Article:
In use since 400,000 B.C. and no end in sight
Do you enjoy the coziness of gathering around a warm fire? In Denmark, we celebrate sankthansaften ("St. John's Eve") with bonfires all around the country. It takes place on the evening of 23 June, the day before Midsummer Day. According to the long existing tradition, the bonfires keep away the evil forces that are at work that night. Wood fires have always exerted a certain fascination for humans as it is seen as a double-edged sword. Fires can be a threat when they are uncontrolled but they are also a protection from the cold and have been (and in many parts of the world still are) essential to prepare our meals. More than 400,000 years ago, early humans began to understand how to use fire and it became one of the most important milestones in the development of the human species.
Now do not be mistaken that wood fires or rather wood energy is just an occasional romantic outdoor activity or something only used by people without access to modern energy services. Among the UNECE member States, woody biomass accounted for 3.5% of the total primary energy supply in 2013. Among renewable energy, woody biomass is the most important single source with 37.5% of the total renewable energy supply. However, wood energy is not only produced in heating plants. Often households in countries with economies in transition rely on wood energy, as it is sometimes the only available and affordable energy source. Some people in Western Europe are using wood for heating and cooking again after a serious financial crisis.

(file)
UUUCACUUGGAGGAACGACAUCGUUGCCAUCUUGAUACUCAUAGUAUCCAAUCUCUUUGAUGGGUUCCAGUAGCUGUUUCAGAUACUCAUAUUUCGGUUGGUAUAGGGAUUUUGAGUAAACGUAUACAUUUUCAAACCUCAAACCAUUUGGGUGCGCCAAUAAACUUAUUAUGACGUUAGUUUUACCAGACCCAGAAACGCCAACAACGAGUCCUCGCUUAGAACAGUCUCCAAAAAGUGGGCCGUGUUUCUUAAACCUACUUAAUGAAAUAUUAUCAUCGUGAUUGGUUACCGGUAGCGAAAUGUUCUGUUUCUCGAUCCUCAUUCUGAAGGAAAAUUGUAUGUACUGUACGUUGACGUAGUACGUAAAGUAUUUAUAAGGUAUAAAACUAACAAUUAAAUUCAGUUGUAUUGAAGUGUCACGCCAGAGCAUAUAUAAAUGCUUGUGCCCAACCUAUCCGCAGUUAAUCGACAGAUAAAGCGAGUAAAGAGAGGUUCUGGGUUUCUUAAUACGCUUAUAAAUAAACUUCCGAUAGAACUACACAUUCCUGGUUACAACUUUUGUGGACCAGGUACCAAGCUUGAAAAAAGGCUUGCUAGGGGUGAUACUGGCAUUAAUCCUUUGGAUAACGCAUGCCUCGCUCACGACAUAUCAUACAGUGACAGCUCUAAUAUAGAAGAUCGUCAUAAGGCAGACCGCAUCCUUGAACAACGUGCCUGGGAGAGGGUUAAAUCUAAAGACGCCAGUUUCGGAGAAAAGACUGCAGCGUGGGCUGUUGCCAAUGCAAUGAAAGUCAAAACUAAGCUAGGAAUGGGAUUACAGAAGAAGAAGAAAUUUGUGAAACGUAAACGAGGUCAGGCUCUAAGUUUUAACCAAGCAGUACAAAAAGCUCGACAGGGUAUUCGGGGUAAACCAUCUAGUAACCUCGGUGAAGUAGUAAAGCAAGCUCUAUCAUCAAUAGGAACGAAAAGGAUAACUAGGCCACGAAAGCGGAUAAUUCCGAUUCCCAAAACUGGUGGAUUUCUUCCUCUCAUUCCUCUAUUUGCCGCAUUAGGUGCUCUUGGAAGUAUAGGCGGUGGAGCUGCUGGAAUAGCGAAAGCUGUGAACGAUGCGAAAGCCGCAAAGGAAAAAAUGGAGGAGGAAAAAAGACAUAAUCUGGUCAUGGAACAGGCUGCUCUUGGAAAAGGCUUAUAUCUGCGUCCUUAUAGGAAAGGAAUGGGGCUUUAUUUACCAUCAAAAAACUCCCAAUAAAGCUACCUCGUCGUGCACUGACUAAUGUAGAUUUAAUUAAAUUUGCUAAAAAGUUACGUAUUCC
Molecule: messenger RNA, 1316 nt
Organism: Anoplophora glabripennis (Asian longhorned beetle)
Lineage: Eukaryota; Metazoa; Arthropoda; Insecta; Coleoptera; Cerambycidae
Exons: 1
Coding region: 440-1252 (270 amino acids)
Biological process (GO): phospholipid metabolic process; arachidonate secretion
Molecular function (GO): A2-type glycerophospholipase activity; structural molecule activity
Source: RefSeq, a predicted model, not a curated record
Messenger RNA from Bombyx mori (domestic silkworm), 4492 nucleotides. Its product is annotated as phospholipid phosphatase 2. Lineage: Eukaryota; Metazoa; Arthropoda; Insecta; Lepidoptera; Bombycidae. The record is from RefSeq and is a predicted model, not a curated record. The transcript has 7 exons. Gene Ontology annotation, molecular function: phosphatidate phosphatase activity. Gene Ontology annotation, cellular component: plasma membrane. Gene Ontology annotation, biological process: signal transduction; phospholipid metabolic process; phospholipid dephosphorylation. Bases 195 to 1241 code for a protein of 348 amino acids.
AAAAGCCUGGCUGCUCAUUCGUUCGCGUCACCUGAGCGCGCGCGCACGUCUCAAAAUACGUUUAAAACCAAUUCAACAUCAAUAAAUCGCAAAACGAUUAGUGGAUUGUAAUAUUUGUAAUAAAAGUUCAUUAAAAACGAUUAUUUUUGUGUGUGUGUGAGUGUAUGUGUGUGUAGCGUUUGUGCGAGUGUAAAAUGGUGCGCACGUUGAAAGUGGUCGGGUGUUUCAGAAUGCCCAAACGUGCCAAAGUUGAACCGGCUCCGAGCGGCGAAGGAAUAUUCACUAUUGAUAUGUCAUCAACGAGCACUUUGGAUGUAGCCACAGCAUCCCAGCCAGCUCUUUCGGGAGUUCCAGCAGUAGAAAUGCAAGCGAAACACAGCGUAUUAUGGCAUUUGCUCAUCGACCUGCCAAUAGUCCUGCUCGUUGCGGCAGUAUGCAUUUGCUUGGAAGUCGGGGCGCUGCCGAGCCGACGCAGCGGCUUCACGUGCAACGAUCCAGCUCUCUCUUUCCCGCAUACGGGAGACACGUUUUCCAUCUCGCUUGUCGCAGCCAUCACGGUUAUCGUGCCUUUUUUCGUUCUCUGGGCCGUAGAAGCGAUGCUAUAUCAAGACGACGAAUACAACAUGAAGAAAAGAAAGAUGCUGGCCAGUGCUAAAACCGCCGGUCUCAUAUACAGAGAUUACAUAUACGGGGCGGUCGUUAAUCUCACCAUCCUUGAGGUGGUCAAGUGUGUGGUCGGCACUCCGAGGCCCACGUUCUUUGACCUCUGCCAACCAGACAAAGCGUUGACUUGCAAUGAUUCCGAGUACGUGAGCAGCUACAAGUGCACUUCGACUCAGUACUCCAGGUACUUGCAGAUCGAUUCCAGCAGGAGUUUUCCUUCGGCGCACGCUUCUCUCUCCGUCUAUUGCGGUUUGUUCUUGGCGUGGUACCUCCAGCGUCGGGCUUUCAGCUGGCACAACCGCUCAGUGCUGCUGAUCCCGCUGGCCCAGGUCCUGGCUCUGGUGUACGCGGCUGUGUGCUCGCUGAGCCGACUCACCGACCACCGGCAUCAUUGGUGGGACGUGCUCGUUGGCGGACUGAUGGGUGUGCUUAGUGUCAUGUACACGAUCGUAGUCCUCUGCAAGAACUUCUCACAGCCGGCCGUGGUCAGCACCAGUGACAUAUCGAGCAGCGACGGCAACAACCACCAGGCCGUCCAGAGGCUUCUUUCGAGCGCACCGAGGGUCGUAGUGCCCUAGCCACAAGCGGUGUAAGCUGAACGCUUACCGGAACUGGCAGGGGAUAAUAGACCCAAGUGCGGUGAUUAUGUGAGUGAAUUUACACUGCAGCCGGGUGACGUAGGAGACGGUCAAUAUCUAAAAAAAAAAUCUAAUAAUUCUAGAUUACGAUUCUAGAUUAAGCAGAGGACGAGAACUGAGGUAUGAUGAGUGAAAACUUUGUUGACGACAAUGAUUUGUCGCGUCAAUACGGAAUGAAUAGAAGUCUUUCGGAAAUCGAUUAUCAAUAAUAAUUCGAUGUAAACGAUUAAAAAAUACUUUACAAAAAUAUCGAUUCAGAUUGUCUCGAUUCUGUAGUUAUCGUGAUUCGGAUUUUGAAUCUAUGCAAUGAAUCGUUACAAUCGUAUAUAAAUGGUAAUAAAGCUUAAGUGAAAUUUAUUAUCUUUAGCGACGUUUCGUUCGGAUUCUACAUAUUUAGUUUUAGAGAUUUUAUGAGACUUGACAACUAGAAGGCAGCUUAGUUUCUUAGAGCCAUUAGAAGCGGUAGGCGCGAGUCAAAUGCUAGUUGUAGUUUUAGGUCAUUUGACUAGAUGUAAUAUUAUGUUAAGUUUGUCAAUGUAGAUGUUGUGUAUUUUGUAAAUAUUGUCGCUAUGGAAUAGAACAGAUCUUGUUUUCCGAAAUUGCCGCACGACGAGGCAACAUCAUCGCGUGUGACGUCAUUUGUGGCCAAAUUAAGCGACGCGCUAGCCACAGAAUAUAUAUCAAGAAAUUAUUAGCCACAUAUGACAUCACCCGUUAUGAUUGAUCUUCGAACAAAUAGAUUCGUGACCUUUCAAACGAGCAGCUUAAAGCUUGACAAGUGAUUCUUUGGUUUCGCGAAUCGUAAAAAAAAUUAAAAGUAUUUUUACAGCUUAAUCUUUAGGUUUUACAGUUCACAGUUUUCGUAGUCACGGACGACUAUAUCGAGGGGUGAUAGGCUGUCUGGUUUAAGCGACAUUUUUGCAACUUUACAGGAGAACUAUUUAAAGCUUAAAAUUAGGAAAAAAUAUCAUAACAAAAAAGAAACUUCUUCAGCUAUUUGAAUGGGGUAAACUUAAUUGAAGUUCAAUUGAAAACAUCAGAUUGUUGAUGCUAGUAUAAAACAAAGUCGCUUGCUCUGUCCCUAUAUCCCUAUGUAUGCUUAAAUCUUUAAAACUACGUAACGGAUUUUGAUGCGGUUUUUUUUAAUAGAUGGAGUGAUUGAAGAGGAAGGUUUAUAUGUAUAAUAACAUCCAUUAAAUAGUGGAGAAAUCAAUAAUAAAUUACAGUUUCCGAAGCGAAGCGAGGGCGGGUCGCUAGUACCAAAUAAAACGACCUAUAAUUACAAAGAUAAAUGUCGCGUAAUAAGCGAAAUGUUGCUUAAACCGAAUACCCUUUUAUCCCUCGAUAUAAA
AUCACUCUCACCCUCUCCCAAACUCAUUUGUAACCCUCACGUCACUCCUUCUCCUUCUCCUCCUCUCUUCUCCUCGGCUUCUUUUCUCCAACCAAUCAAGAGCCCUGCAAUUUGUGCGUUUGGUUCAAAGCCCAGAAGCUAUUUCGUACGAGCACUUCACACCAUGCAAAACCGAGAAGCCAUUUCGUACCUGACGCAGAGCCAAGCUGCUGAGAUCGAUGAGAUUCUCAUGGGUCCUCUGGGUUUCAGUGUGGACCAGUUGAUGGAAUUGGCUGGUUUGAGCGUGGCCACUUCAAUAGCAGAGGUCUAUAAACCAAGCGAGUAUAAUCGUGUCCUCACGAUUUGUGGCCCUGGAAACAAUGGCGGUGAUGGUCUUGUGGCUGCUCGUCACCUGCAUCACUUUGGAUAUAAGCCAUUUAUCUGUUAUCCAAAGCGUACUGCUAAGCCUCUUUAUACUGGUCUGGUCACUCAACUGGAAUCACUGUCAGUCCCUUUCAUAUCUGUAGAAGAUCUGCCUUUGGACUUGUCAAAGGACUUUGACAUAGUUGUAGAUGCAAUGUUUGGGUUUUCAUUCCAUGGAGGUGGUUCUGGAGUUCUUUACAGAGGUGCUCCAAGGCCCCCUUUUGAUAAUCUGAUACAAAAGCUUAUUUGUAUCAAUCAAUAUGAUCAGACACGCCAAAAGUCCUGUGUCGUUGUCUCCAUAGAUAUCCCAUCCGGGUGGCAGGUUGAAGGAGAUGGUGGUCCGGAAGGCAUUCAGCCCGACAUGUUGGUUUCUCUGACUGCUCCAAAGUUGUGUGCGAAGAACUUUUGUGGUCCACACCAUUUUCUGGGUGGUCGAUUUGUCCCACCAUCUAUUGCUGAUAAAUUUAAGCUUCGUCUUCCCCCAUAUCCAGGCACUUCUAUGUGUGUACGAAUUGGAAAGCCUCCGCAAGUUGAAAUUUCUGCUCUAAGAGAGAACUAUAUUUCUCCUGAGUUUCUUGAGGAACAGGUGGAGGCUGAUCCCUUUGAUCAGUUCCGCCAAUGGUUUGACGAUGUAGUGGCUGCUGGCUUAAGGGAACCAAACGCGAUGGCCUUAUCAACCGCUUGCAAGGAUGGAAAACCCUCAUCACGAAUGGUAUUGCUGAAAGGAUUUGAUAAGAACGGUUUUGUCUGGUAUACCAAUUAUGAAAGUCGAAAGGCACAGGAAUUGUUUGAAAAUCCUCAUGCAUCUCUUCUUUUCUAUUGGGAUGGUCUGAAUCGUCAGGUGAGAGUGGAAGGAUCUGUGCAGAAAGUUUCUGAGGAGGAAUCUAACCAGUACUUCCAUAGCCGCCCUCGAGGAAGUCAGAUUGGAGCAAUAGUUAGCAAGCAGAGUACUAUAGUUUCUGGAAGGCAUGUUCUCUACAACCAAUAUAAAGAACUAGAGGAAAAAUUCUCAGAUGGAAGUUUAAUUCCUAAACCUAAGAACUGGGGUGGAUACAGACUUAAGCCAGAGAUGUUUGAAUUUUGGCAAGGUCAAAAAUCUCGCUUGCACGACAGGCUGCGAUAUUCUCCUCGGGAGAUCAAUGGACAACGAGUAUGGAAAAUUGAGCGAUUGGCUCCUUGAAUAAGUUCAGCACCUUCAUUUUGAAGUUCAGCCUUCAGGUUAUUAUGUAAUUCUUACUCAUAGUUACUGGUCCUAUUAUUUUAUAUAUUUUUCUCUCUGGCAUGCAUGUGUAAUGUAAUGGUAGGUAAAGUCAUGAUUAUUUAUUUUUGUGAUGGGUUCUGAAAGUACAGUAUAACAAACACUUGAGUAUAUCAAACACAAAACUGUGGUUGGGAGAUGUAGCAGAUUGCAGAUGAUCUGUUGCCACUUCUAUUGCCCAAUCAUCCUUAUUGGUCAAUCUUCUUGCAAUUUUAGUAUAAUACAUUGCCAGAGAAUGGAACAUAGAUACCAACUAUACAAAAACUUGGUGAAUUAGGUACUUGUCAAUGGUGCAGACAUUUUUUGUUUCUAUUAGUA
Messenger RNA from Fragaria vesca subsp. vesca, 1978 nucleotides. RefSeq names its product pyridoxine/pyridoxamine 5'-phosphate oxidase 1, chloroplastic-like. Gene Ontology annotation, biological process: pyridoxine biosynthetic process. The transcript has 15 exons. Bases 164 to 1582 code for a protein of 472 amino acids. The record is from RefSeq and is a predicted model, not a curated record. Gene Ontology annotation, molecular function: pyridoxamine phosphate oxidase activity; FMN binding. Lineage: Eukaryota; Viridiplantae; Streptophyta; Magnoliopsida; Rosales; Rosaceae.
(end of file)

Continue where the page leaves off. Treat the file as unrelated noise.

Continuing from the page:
Goal 7 of the UN Sustainable Development Goals asks to ensure access to affordable, reliable, sustainable and modern energy for all. So can wood energy contribute to this? This is a central question as we come close to the celebrations of the International Day of Forests (21 March) under the motto “Forests and Energy”. Biomass is obviously unlike fossil fuels; it is a renewable material. Furthermore, biomass energy is considered to be carbon neutral, as the CO2 that is released by burning wood is equivalent to the CO2 absorbed by the plants during their growth. However, taking into account the entire production cycle, wood energy does not have automatically a zero carbon-emission rate. There might be additional emissions from harvesting or transportation of wood especially from imports (supply-chain emissions) and traditional wood-fired ovens or stoves can emit soot and particulate matter. With the right measures, however, these problems could be solved. For example, woody biomass should come from sustainably managed resources. Also, appropriate fuel parameters should be considered to make the combustion more efficient, such as a low water content of the wood. Efficient incinerators and good pollution abatement equipment in small-scale plants that burn local or regional woody biomass also significantly contribute to making wood a clean and sustainable energy source. Watch for these and other tips on how to use wood energy in a safer and cleaner way in our video “More Heat less Wood”.
So, often it is clever to rely on the habits and products we have been using for more than 400,000 years now. Nevertheless, traditions and customs might require technologies to adapt to the challenges of the present and future. Except for the bonfires on the night before Midsummer Day of course!
If you wonder why the animal accompanying my blog is a cow, it is because cows are fascinating animals; the cows of our host country, Switzerland, are famous for their quality; and because I am still a farmer, and miss the cows I had in Denmark. Now I got one back.